O’Raghallaigh of Managing Intellectual Property notes that the Court of Appeals for the Ninth Circuit affirmed a lower court ruling in Balsam v. Tucows holding that Tucows was not obliged to reveal the identity of one of their registrants who used the firm’s Angeles privacy protection service.
Balsam had sought the identity of the individual who sent him a lot of spam, and while the court was sympathetic, it offered him no legal joy:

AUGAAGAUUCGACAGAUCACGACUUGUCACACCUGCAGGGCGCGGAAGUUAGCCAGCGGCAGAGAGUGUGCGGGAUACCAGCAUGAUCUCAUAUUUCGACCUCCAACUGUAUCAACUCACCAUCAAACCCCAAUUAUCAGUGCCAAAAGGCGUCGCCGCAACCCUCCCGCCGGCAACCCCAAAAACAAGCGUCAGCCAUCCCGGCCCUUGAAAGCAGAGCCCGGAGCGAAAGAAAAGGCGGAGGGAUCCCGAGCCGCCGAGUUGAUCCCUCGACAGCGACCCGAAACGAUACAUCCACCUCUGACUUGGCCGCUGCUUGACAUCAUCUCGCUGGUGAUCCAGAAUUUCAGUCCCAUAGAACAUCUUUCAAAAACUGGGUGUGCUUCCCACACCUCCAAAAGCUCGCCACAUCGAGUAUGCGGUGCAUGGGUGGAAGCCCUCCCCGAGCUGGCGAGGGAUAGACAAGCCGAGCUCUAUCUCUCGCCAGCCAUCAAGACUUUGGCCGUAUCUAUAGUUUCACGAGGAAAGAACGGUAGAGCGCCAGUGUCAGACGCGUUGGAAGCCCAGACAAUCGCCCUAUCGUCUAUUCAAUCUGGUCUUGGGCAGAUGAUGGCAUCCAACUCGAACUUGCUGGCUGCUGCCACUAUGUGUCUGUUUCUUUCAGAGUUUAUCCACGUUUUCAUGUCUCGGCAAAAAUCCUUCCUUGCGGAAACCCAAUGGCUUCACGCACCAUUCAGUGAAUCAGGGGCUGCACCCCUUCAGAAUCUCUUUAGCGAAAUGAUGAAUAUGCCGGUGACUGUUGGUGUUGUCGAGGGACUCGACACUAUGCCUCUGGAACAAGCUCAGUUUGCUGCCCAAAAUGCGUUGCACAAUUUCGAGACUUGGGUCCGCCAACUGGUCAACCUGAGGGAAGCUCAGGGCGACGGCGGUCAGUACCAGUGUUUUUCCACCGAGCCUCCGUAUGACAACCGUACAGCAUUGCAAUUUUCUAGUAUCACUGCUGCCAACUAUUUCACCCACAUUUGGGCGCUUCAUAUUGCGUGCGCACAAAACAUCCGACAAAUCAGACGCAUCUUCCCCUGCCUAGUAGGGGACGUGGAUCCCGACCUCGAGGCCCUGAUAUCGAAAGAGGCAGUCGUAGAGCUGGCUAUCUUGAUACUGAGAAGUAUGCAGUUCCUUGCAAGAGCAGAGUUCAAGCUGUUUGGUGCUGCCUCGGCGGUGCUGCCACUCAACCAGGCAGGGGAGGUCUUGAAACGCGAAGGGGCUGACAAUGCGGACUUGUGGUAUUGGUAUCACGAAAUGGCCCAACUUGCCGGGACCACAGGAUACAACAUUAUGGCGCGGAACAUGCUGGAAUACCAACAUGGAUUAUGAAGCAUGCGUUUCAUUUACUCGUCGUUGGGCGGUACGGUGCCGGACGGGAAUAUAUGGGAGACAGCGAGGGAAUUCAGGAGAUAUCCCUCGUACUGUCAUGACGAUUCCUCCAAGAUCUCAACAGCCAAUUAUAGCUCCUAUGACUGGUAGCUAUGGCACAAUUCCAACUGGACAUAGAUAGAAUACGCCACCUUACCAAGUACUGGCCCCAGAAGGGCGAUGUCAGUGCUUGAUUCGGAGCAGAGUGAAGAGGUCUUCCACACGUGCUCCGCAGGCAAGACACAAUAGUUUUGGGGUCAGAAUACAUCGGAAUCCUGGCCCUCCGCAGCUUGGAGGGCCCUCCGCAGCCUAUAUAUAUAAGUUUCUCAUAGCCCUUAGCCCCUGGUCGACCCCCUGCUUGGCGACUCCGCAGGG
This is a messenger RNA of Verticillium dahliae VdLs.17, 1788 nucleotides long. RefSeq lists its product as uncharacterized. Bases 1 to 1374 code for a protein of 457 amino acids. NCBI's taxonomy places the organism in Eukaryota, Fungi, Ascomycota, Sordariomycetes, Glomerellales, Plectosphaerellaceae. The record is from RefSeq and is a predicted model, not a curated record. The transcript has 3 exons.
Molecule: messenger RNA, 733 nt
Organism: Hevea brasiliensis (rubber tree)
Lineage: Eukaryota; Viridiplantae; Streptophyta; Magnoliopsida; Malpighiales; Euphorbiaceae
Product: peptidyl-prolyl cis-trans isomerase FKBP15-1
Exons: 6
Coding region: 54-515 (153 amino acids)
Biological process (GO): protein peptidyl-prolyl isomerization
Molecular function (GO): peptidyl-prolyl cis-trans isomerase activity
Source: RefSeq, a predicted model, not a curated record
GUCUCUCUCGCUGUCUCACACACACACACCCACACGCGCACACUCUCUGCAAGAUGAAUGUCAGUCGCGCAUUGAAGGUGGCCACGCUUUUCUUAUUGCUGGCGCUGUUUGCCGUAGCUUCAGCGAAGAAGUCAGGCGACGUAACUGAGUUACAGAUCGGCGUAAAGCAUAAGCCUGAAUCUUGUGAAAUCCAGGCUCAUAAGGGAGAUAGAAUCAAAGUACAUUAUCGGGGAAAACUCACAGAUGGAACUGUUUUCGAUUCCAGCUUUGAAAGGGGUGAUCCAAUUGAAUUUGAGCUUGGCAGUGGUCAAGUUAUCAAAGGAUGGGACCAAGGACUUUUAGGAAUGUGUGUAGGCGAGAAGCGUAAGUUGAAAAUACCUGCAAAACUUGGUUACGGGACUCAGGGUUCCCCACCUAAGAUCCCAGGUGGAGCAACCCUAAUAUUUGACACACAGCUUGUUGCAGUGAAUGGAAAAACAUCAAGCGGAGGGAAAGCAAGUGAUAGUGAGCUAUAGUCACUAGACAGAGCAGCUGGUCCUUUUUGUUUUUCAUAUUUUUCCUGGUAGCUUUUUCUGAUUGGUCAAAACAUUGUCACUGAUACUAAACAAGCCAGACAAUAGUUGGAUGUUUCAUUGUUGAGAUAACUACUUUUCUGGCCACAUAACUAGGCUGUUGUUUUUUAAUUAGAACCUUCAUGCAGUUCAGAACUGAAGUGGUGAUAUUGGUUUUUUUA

There is no simple remedy for the vast number of unsolicited emails, popularly known as “spam,” that fill our electronic inboxes daily. Even though federal and state legislatures have adopted various laws to combat this problem, “spammers” continue to find new ways to advertise. Daniel Balsam, a victim of spam, seeks an alternative method of enforcement by bringing claims against the registrar of a domain site that bombarded him with more than 1,000 unwanted emails advertising a pornographic website. He claims that the registrar utilizes a system to hide the identity of spammers, making it difficult to identify the spammer. We consider Balsam’s claim that he is an intended third-party beneficiary of an agreement between the registrar and the Internet Corporation for Assigned Names and Numbers (“ICANN”). Under Balsam’s theory, the agreement’s provisions on wrongful use of domain names inure to his benefit. Although his approach is novel and creative, it cannot survive a motion to dismiss.
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